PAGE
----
l worldview. Nobody attempts to explain Creation in Genesis 1 and 2. Creation is splashed all over the Bible. Any conscientious Bible reader must recognize that God is personally engaged as the Creator of all living beings. Yahweh, the Creator God, is a given in the biblical world.
We can discover a great deal about a group’s worldview from their prayers and worship. When we read the psalms, pursue the prophets, or engage Paul, we will know, beyond any doubt, that God is the Creator. From Genesis to Revelation He is portrayed as Creator. This foundational biblical perspective creates serious conflict in a world that has fully embraced the theory of evolution.
Community is another key element of a biblical worldview. God creates in community. The Spirit and Jesus are associated with God’s creative act (see Gen. 1:1, 2, 26; John 1:3; Eph. 3:9). While there is no definite head count of the Deity in Genesis 1 and 2, the overall testimony of Scripture tells us that God created in community. Community is a key value in a biblical worldview.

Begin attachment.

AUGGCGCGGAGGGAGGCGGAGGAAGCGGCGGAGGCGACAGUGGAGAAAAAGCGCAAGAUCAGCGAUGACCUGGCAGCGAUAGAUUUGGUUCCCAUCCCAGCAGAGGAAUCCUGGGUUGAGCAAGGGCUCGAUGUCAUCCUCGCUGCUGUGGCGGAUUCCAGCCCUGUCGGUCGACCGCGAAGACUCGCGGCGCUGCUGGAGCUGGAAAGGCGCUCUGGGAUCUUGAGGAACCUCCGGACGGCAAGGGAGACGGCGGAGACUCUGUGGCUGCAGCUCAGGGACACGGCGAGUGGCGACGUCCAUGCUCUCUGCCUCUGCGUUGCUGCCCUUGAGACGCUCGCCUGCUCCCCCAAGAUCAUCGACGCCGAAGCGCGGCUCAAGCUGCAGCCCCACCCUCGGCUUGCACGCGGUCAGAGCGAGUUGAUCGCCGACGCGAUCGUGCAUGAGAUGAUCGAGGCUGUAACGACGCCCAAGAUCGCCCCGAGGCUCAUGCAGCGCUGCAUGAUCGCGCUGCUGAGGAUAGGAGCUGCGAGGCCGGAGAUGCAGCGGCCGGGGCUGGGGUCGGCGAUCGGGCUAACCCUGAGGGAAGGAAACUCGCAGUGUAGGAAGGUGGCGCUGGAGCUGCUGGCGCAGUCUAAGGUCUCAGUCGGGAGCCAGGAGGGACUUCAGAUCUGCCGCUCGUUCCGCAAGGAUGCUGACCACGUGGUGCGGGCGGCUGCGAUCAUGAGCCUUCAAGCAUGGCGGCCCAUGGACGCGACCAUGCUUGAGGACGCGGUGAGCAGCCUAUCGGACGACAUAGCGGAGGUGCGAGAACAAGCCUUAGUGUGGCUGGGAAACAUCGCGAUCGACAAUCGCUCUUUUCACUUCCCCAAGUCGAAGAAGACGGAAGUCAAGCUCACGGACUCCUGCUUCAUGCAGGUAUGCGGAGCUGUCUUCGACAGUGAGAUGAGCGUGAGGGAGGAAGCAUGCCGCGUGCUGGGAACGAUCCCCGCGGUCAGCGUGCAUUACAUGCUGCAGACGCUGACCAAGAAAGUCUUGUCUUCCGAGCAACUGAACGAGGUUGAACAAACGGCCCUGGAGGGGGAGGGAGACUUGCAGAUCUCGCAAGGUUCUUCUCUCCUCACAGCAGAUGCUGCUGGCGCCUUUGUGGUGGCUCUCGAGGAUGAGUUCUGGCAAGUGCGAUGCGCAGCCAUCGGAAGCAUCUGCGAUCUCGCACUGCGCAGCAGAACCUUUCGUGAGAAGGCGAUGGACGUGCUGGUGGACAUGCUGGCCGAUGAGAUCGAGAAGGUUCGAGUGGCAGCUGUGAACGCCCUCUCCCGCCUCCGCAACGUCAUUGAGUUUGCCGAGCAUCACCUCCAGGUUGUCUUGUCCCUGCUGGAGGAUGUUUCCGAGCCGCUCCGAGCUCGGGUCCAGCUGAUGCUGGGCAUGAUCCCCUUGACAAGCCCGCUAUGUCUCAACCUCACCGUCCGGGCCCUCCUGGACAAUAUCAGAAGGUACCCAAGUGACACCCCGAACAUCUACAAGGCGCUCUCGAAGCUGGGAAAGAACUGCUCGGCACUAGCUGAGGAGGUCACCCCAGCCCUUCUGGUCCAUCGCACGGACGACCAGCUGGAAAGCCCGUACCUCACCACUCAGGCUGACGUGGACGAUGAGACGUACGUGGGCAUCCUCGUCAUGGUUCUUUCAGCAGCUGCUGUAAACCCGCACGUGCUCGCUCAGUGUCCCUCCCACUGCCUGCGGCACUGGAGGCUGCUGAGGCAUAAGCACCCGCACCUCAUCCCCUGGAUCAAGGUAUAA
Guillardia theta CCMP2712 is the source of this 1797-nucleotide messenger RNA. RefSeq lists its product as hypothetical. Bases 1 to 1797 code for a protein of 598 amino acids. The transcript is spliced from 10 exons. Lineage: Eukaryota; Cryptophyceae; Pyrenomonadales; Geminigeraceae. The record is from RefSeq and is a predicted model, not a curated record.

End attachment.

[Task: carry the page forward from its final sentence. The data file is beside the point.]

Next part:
While the Bible is very balanced distinguishing between “I” and “we” in terms of salvation, “we” seems to be the prevalent modus operandi. Abraham and his family reflect the “we”—consider circumcision as the covenant sign applied collectively to Abraham’s entire male household (cf. Gen. 17:10-27). Jesus ministered in community. Paul tells us that the church is a body (1 Cor. 12:12-31)—a community of body parts that need each other. A biblical worldview challenges us to look beyond “I” toward the “we.” It’s a reflection of the community represented in the Trinity.
God is engaged in human history. He is not far removed or distant. He is not forgetful of His creation or distracted. He acts in history and makes history. That’s a major challenge to a rationalist worldview in which history is considered a closed system, following the law of cause and effect.
Biblical history is grounded in the reality of Creation; it’s theological (i.e., God has a place in it and is acting in it); it’s selective, interpretive, biographical, and intentional. A biblical worldview needs to recognize God’s involvement in history.
Here is another element of a biblical worldview: the entrance of sin changed everything—except for the love of God. Sin has penetrated every process, every relationship, every thought pattern, and every act. Genesis 3 is not a myth but a reality affecting every moment of our lives. Sin separated us from God and left us hopeless and homeless.